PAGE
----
The hidden cost of concrete corrosion

By intouch posted 10 February 2016 22:14

  

Although steel reinforced concrete is one of the most widely used construction materials around the world, it can suffer degradation over time due to the embedded steel corroding, causing the concrete to crack and “spall”.


In extreme situations, the integrity of the structure may be lost, resulting in the need for partial or complete demolition. Corrosion affects all reinforced concrete buildings and structures to some extent, with an estimated annual cost of billions of dollars to national economies. In addition, loose damaged pieces of spalled concrete falling from buildings and structures is a real safety risk.

However, if corrosion effects are considered in the design phase and the right decisions made prior to construction, structures can be built to last and protected for far longer. An asset can be optimised or extended and maintenance time and costs can be reduced. In addition, reduced maintenance requirements can increase the asset’s overall utilisation and can improve its environmental sustainability.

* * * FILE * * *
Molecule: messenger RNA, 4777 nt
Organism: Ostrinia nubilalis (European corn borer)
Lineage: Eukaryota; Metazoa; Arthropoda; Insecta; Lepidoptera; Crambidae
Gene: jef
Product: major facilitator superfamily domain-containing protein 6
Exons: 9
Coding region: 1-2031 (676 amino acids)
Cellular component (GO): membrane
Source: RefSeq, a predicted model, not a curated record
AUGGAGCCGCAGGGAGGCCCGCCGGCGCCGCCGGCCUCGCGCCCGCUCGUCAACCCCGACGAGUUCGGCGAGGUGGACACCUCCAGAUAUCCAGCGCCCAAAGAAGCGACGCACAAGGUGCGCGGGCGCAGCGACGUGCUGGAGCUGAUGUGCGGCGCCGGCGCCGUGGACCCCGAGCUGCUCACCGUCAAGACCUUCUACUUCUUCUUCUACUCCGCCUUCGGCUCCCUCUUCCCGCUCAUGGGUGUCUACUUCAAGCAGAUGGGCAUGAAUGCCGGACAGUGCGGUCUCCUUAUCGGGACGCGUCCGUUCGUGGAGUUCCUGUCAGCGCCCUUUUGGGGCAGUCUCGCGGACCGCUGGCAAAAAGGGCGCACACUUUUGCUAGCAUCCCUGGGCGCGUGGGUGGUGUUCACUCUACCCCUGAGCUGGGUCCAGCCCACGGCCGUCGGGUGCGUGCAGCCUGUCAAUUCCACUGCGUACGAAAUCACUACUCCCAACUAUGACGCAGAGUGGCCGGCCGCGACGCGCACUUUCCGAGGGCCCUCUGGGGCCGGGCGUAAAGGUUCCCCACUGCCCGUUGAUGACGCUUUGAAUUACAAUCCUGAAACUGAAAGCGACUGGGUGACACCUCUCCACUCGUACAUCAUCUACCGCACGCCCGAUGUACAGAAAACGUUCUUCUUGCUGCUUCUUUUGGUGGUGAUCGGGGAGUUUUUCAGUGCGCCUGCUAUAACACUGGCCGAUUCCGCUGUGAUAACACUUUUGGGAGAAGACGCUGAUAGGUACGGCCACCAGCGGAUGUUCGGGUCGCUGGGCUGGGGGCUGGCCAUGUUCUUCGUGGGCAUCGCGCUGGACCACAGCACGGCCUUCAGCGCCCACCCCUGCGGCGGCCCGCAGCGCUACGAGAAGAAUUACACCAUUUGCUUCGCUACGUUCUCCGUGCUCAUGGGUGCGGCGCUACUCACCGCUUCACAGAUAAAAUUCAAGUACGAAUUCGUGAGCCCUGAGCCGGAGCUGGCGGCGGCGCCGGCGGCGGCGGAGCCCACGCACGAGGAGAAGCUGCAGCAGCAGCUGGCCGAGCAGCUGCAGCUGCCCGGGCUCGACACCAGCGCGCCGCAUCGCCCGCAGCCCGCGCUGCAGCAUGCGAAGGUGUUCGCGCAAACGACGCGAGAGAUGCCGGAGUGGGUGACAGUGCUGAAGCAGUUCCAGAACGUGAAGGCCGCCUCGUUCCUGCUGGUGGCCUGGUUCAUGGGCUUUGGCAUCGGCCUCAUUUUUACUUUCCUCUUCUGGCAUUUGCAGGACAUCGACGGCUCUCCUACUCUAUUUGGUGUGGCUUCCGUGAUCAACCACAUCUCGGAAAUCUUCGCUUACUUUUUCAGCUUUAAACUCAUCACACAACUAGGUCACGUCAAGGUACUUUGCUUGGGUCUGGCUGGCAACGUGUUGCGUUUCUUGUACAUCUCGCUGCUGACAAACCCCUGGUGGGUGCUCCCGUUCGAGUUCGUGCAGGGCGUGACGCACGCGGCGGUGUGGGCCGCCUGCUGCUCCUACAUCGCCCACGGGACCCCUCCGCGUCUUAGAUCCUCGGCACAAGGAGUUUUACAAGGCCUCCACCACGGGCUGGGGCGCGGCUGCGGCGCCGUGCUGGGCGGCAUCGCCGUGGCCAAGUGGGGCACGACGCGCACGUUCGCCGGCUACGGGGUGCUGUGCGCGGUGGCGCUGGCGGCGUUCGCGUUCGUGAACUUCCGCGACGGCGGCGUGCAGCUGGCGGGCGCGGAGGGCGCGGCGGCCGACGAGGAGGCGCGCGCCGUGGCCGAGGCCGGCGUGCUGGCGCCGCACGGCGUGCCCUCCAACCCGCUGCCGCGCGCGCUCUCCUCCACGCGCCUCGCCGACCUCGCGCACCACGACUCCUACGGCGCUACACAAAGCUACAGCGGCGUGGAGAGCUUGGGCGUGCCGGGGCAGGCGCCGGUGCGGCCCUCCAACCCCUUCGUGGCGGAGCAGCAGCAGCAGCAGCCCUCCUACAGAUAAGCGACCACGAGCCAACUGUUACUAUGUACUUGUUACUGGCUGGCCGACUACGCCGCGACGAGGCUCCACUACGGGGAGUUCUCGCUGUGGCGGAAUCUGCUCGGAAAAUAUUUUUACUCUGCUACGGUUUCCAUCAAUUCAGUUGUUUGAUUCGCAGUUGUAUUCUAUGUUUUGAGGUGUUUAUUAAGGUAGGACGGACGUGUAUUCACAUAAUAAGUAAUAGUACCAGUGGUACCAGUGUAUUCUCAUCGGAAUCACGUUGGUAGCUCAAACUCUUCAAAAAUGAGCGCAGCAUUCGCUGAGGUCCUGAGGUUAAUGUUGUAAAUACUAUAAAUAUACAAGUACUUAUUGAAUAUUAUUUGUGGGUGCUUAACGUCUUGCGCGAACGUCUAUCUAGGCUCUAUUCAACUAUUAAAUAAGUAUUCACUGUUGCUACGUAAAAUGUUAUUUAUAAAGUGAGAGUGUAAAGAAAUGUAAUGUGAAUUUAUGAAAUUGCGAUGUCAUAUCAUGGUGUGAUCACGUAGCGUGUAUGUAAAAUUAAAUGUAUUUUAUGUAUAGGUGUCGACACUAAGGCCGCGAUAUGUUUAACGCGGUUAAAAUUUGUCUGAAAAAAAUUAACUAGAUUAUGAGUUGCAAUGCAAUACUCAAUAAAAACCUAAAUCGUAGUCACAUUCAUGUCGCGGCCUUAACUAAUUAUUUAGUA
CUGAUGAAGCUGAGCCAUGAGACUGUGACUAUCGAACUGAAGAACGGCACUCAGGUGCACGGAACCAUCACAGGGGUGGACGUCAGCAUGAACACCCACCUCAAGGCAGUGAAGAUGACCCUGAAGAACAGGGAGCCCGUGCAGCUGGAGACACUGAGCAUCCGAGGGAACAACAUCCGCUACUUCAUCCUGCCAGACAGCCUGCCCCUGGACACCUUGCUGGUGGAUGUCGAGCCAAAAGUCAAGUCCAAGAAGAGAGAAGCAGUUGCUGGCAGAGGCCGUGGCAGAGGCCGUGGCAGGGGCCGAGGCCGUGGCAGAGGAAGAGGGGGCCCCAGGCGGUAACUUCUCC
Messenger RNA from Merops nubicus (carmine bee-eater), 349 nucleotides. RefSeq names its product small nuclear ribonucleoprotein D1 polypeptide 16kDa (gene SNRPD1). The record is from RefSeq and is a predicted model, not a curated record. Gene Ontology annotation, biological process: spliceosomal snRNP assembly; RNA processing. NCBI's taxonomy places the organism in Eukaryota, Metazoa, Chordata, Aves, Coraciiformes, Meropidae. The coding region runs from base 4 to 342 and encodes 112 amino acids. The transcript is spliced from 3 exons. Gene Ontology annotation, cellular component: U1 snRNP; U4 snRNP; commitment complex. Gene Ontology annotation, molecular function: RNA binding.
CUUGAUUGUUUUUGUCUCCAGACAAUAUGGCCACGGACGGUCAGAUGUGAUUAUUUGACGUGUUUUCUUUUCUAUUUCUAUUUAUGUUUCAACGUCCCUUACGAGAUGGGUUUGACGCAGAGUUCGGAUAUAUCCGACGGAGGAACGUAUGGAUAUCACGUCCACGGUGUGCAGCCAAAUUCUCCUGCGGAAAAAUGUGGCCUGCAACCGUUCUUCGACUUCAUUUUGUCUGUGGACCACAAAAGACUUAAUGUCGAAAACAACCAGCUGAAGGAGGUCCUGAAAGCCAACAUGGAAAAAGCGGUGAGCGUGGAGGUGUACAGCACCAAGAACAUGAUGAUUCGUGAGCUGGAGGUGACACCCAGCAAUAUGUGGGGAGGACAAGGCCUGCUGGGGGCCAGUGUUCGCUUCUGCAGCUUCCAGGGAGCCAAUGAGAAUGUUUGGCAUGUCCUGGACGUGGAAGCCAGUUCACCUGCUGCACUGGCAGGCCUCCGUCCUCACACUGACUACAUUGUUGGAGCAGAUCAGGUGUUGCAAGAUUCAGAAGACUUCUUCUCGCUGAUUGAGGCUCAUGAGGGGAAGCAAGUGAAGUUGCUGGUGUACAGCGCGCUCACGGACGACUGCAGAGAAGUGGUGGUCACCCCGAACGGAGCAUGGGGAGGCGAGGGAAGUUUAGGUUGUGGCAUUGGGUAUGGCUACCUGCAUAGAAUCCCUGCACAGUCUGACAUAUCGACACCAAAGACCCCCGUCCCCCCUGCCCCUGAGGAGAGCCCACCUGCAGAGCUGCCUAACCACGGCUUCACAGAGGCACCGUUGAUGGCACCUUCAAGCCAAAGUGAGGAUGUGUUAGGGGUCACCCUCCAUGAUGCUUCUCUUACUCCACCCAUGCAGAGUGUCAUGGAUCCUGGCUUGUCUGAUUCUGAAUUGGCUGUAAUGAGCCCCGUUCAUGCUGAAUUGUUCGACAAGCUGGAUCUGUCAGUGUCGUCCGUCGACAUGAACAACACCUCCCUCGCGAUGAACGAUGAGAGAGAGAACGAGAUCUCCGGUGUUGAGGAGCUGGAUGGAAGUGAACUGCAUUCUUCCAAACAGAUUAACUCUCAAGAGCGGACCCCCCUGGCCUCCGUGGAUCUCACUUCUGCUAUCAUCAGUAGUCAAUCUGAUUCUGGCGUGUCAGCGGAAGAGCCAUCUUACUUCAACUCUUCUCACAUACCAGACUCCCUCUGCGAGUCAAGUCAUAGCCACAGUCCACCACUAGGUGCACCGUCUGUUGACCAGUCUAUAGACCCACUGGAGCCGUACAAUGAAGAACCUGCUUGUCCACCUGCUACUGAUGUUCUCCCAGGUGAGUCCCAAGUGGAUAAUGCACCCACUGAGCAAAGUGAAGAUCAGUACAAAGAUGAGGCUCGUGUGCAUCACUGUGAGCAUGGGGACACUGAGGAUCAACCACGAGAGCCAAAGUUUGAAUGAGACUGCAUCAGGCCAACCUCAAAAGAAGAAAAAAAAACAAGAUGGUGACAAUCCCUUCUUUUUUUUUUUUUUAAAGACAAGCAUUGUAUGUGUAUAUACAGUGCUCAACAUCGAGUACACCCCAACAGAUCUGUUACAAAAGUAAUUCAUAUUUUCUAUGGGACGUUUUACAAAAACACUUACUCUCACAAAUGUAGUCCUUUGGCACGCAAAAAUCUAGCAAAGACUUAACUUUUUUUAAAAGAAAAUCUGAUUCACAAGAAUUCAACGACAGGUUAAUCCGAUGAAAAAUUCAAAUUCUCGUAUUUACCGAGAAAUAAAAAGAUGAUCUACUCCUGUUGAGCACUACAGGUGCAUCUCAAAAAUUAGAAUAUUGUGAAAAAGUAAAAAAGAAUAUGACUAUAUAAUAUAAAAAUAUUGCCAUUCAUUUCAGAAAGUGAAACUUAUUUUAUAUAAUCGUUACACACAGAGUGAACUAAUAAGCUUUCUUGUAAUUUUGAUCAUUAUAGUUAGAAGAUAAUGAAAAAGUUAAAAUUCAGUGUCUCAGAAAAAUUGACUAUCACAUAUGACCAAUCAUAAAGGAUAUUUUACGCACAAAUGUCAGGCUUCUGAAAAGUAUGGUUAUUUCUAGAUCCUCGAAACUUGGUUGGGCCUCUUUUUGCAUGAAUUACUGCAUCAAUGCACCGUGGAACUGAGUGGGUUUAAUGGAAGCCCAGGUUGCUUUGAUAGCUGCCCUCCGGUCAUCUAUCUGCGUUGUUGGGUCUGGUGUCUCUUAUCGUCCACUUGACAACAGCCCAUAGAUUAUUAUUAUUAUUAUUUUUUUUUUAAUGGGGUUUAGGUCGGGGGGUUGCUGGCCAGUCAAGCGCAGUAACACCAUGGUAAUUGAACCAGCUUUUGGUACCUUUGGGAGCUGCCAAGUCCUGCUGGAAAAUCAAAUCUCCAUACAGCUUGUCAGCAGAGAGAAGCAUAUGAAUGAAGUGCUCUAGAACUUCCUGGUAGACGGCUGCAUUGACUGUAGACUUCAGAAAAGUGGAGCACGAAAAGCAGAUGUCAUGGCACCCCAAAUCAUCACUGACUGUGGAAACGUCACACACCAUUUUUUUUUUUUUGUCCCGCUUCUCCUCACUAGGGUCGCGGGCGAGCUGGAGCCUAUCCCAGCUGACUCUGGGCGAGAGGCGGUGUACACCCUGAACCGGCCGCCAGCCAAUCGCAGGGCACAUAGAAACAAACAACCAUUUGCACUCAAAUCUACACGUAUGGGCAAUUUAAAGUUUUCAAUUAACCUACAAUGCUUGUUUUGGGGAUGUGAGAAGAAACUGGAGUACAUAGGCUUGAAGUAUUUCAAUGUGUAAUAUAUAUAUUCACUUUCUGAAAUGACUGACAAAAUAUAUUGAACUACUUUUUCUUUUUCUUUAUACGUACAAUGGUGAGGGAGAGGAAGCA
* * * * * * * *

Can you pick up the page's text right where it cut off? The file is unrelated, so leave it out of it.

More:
Warren Green and Dr Frédéric Blin are Adjunct Associate Professors at Melbourne's Deakin University, working as part of the Australian Centre for Infrastructure Durability. The centre is a one-stop national platform for industry to access the combined research capabilities and testing facilities of a number of leading Australian universities. 

“The life-cycle cost of a structure might be greater than 50 per cent of the capital value of an asset,” Blin, also AECOM Associate Director – Strategic Asset Management and Advanced Materials, says. “The reason for building an asset is to support the delivery of the intended service to an organisation’s customers. It is important to plan and budget for operational costs to minimise the risk of services being affected and large funds required to undertake reactive maintenance.”

When chlorides, carbon dioxide gas and other aggressive agents penetrate concrete, they initiate corrosion of reinforcement that typically results in cracking, spalling and weakening of the concrete infrastructure. As reinforcing bars rust, the volume of the rust products can increase to many times that of the original steel, increasing pressure on the surrounding material which cracks the concrete. The cracks can then propagate to delamination and eventually spalling of the concrete.